In both trials, the coprimary endpoints were annualized relapse rate (ARR) and rate of sustained accumulation of disability over 6 months (SAD). Alemtuzumab demonstrated reductions in ARR in both studies of patients with RRMS over 2 years compared to interferon beta-1a. SAD results were inconsistent, with only the CARE-MS II trial favoring alemtuzumab over interferon beta-1a.

Clinical trial results

Alemtuzumab

Interferon beta-1a

0.18
(P<.0001)

0.39

8%

(P=NS)

11%

0.26

(P<.0001)

0.52

13%
(P=.0084)

21%

Abbreviations: ARR, annualized relapse rate; SAD, sustained accumulation of disability over 6 months

Source: Refs 9,10

Both studies evaluated MRI outcomes, specifically percent change in T2 hyperintense lesion volume (lesion burden). Both treatments reduced lesion volume, but the difference between the 2 groups was not significant.

Extension studies of CARE-MS I and CARE-MS II with alemtuzumab are ongoing. A total of 73% and 68% of the alemtuzumab-treated patients from the CARE-MS I and CARE-MS II studies, respectively, did not require additional doses of alemtuzumab through year 4.11,12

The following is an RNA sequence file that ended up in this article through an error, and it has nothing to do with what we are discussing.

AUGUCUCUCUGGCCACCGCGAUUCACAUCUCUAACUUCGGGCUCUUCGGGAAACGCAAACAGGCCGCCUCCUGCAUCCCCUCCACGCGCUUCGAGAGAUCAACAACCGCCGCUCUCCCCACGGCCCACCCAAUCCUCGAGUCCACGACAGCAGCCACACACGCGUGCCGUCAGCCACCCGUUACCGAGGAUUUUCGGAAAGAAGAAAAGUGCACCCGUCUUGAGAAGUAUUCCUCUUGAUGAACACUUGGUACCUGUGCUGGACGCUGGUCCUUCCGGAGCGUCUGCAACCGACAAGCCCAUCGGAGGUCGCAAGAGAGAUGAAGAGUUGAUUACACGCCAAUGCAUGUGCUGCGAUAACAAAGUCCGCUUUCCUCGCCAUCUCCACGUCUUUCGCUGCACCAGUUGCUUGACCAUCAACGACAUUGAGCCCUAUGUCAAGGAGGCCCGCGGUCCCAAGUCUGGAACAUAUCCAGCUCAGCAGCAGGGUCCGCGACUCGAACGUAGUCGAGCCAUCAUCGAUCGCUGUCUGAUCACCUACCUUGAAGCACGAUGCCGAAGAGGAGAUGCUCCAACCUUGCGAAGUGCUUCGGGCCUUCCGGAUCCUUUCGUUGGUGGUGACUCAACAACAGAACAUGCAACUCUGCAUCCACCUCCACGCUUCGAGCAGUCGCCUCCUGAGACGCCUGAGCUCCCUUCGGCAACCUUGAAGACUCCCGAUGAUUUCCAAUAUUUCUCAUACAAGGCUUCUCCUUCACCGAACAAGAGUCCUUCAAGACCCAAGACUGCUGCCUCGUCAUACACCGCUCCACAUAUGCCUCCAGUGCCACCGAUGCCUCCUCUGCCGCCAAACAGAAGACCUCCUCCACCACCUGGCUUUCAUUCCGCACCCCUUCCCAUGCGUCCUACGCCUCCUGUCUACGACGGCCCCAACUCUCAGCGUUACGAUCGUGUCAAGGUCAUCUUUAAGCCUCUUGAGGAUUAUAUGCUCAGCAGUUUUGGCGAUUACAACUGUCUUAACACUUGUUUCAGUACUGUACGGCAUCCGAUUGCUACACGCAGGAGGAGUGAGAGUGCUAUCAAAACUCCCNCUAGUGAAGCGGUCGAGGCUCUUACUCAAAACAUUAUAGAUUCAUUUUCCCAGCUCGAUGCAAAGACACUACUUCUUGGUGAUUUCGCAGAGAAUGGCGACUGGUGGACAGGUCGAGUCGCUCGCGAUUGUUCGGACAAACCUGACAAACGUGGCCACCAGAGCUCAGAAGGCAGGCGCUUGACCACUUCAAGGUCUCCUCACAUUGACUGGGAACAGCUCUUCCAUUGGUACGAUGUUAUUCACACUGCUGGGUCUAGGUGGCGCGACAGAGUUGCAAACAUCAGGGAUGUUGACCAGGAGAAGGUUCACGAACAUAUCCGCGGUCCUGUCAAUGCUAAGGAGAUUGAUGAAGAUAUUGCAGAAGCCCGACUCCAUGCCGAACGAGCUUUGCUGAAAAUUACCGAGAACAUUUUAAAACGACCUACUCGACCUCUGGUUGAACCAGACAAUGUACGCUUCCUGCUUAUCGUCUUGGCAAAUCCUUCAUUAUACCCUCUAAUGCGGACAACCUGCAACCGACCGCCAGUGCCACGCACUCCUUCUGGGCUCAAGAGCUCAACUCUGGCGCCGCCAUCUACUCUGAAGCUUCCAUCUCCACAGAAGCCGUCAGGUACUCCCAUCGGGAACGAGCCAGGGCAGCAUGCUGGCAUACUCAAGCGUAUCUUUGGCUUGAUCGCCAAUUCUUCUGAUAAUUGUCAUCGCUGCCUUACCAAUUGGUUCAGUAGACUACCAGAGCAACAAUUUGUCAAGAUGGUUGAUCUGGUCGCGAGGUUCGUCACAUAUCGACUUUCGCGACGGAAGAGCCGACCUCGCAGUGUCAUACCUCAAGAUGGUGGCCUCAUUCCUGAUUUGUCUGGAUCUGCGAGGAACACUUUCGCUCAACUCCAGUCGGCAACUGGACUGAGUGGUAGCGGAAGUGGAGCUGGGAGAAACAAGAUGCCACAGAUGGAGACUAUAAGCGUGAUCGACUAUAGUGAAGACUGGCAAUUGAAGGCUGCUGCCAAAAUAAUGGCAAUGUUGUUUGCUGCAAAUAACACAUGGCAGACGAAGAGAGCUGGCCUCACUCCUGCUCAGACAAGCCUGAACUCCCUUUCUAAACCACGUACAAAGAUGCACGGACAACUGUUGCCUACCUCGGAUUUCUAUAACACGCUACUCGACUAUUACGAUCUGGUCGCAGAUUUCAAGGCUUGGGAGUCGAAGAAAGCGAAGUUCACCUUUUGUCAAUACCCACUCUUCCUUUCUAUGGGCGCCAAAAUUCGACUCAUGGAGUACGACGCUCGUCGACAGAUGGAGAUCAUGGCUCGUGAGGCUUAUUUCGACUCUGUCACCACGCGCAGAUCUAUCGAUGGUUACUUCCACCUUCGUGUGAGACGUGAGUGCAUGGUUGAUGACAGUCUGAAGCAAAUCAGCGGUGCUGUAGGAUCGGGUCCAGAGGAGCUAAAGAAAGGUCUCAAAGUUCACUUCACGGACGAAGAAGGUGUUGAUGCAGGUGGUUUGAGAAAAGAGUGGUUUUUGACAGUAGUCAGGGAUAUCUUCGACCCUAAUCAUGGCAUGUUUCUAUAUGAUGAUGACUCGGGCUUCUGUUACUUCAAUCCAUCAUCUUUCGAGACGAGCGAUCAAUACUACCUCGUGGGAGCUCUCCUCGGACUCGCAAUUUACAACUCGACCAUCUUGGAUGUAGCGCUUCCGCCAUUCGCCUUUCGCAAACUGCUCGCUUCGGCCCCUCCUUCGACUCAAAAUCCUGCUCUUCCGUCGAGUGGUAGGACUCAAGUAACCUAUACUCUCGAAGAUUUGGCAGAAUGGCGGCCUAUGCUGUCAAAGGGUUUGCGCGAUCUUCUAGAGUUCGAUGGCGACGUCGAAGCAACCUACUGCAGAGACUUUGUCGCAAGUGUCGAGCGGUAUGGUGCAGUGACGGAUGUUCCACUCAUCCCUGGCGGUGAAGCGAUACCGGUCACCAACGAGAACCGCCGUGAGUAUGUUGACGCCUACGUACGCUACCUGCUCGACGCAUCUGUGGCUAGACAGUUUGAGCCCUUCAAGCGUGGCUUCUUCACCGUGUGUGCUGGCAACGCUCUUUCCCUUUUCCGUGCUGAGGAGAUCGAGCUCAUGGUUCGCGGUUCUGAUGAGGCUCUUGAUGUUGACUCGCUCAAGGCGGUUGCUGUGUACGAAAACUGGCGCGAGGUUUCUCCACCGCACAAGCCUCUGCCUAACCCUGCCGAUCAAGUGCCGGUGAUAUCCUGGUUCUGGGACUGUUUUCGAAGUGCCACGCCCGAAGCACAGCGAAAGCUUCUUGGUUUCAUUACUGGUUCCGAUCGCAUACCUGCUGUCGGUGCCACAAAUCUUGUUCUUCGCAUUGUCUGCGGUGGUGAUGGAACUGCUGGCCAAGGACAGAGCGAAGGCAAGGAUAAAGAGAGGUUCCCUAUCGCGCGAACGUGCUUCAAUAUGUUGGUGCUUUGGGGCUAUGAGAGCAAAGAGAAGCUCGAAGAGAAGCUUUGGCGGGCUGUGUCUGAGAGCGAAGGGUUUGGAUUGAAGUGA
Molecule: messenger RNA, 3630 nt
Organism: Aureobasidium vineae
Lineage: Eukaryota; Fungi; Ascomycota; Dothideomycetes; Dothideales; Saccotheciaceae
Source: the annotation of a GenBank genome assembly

Most common adverse reactions consisted of infusion reactions, rash, headache, pyrexia, and nasopharyngitis.5,9,10 One-third of patients experienced thyroid disorders including hyperthyroidism and hypothyroidism. Serious autoimmune adverse effects included immune thrombocytopenia (2%), glomerular nephropathies (0.3%), and autoimmune cytopenias (0.5%).

Questions remain about potential bias introduced by the open-label study design. FDA Peripheral and Central Nervous System Drugs Advisory Committee reviewed alemtuzumab in November 2013. FDA presented concerns with the larger attrition rate of interferon-assigned patients who withdrew from the study prior to the first dose and the use of baseline EDSS scores obtained after patients knew their assigned randomized treatment.13,14 Relapse reporting and EDSS testing processes were subject to potential bias by the patient and the treating neurologist despite use of a blinded EDSS rater. In November 2013, FDA Advisory Committee voted 11 to 6 (1 abstention) that the clinical trials were inadequate; however, the committee did support that alemtuzumab provided substantial evidence of effectiveness in relapsing MS with a vote of 12 to 6.15

Potential advantages and disadvantages